By Neil Patrick Healy
The regional championships were another stepping stone in Nevada boxing’s postseason success. With two regional champions and four fighters qualifying, Wolf Pack boxing will send six fighters to nationals in Seattle beginning on April 7. Junior Garrett Felling and Senior J.J. Mariano won their regional championships on Saturday and will be No. 1 seeds at nationals.
Mariano won his third straight regional title (two at 139 pounds and this year at 147 pounds) after beating Air Force’s Pedro Barrientes on Saturday, and he will look to win a second national championship of his career. He is currently riding a winning streak that dates back to his sophomore season, when he lost in the national title fight. Mariano won outstanding fighter of the lower weight classes.
Felling defeated Air Force’s Den Tati-Mackaya in the 195-pound division to win his third regional championship after Air Force coaches held Tati-Mackaya out of the fight following the second round.
Felling has won two 185-pound regional and national championships in his first two years and has not lost a collegiate fight in his career.
“We’ve been living a life of luxury,” said head coach Pat Schellin. “We had a Cinderella year last year and won the national team tournament and then we go to regionals with six guys and two of them haven’t seen more than 30 punches, so they’re as fresh as can be. We brought six guys into regionals and we get six guys into nationals. It’s been a ride for the young guys. They go into the ring and step up big time. Everyone stepped up.“
The unlikely results from Saturday were Tristan Harriman and Dre Gordon qualifying. Harriman beat Air Force’s Najia Bseiso by TKO 51 seconds into the second round to earn a third-place finish. The top two finishers in each weight class for each region qualify for nationals, but Harriman won one of the three third-place bouts on Saturday that earned him a spot. With more success with the younger fighters, the team believes that both the present and the future are in good hands.
“I see this as kind of a building year,” Felling said. “It would be nice if we could win it again and I think it is possible, but last year was such an upset. With losing half the team from last year and having to replace those guys makes it important to get these new guys experience and make this a foundation for years to come.
“Even if these guys go up against fighters with a lot more experience and have more tough fights ahead of them, it’s really invaluable experience. You don’t need to win every fight to get something out of it, so any chance we get to throw those guys in the ring and have them get a feel for what it’s like they’ll be a better fighter for it.”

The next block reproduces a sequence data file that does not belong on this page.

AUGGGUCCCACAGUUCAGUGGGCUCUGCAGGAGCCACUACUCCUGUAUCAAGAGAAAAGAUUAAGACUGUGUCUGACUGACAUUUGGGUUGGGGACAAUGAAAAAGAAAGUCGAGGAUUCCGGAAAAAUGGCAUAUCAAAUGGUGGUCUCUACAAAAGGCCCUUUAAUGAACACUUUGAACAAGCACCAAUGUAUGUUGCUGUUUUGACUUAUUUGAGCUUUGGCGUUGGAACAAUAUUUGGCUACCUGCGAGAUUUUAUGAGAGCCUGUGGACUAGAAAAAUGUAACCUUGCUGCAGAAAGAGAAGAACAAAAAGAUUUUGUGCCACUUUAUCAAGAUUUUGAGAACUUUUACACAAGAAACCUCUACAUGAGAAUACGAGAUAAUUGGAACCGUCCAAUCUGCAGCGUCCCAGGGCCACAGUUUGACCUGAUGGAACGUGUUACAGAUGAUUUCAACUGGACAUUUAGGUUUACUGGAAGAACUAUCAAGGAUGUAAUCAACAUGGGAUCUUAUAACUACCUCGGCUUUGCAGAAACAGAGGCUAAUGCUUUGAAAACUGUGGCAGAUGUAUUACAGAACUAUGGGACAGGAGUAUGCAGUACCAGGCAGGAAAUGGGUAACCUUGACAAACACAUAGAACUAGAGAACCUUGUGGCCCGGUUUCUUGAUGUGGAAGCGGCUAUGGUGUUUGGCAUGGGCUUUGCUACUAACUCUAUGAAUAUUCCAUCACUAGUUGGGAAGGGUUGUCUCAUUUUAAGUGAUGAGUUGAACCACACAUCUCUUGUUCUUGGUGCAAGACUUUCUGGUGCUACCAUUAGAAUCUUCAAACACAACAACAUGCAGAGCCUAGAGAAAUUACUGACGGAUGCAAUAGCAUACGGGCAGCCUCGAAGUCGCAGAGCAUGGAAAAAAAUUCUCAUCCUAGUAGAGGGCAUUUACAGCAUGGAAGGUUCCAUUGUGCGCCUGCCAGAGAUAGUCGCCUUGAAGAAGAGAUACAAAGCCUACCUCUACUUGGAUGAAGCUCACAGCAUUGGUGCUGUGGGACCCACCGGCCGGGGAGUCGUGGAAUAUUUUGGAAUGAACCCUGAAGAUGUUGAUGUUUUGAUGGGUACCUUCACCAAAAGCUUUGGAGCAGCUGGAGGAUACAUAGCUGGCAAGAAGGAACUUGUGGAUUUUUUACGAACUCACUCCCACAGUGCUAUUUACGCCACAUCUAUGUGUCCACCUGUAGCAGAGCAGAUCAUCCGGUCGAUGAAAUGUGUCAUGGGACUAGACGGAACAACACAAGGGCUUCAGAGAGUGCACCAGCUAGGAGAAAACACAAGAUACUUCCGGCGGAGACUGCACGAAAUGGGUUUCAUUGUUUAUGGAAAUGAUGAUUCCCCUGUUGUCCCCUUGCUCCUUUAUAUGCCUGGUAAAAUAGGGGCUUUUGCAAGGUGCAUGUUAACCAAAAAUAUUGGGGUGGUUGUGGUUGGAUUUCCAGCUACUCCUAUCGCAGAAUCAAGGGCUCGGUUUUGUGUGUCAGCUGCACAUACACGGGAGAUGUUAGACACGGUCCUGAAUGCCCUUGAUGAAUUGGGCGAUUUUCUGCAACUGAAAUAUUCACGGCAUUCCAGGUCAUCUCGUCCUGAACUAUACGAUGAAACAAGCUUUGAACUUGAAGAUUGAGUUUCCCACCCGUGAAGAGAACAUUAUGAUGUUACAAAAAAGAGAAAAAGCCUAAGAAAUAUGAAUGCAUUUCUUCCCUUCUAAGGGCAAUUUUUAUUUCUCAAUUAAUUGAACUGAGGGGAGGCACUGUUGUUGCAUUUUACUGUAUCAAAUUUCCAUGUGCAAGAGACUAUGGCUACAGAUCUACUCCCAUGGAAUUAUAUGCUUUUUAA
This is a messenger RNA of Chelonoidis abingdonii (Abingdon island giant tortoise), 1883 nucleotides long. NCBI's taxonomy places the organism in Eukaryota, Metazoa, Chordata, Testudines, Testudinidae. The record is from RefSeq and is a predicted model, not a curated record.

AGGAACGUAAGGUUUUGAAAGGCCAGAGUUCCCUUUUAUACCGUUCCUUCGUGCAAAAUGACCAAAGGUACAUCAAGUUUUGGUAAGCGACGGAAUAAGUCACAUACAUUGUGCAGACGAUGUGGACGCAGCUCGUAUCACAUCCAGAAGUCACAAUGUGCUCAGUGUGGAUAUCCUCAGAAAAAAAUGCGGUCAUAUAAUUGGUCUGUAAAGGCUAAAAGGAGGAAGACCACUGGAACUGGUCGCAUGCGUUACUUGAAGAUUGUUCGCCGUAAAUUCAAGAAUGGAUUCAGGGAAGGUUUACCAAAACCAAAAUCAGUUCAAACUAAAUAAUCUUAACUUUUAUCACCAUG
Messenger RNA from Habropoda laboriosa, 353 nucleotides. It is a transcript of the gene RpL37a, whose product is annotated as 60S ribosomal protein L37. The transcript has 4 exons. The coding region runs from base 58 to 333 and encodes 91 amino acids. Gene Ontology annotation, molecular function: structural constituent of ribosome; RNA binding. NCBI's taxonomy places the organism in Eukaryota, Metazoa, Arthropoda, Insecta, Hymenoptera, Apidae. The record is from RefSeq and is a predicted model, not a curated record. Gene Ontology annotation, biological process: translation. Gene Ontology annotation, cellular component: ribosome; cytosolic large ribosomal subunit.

In what was supposed to be just his third fight of his career, the 175-pound Gordon received an at-large bid after his opponent on Saturday could not fight due to an injury. Gordon lost to Air Force’s Gytenis Borusas on Friday after the referee stopped the fight midway through the second round.
Kirk Jackson finished second in the 139-pound division after losing to Air Force’s Landon Tomcho in a controversial split decision. This is Jackson’s first berth in nationals in his career.
“Last year Kirk boxed off for the 147-pound spot for regionals, but got beat by Zach Smith,” Mariano said. “This year we had openings around his weight class and he didn’t have to box off again. We wanted to fill up weight classes and Kirk stepped up to the occasion this past weekend and showed what he was made of.”
Zach Smith, 156 pounds, rounds out Nevada’s fighters that go to nationals in April. Smith lost to Air Force’s Johnny Wells in a split decision, but managed to qualify for nationals for a second straight year. Smith qualified for nationals last year in the 147-pound division when a fighter in the eastern region dropped out due to injury. Out of the five members of last year’s national championship team, Smith was the only one who did not win an individual national championship.
Nevada looks to defend its title in Seattle after going on a Cinderella run last season while only qualifying five fighters. With the Wolf Pack qualifying six this year, a title repeat isn’t out of the question.
“This shows that whoever shows up here is going to be the best,” Felling said. “We don’t get many guys to walk through the door, but the ones we do get we turn into the best college fighters in the country. That’s just what this program does. We showed that last year and we’re showing it again this year.”
The Wolf Pack gets a little less than two weeks before flying off to Seattle to compete in Nationals from April 7-9.
Neil Patrick Healy can be reached ay firstname.lastname@example.org and on Twitter @ NP_Healy.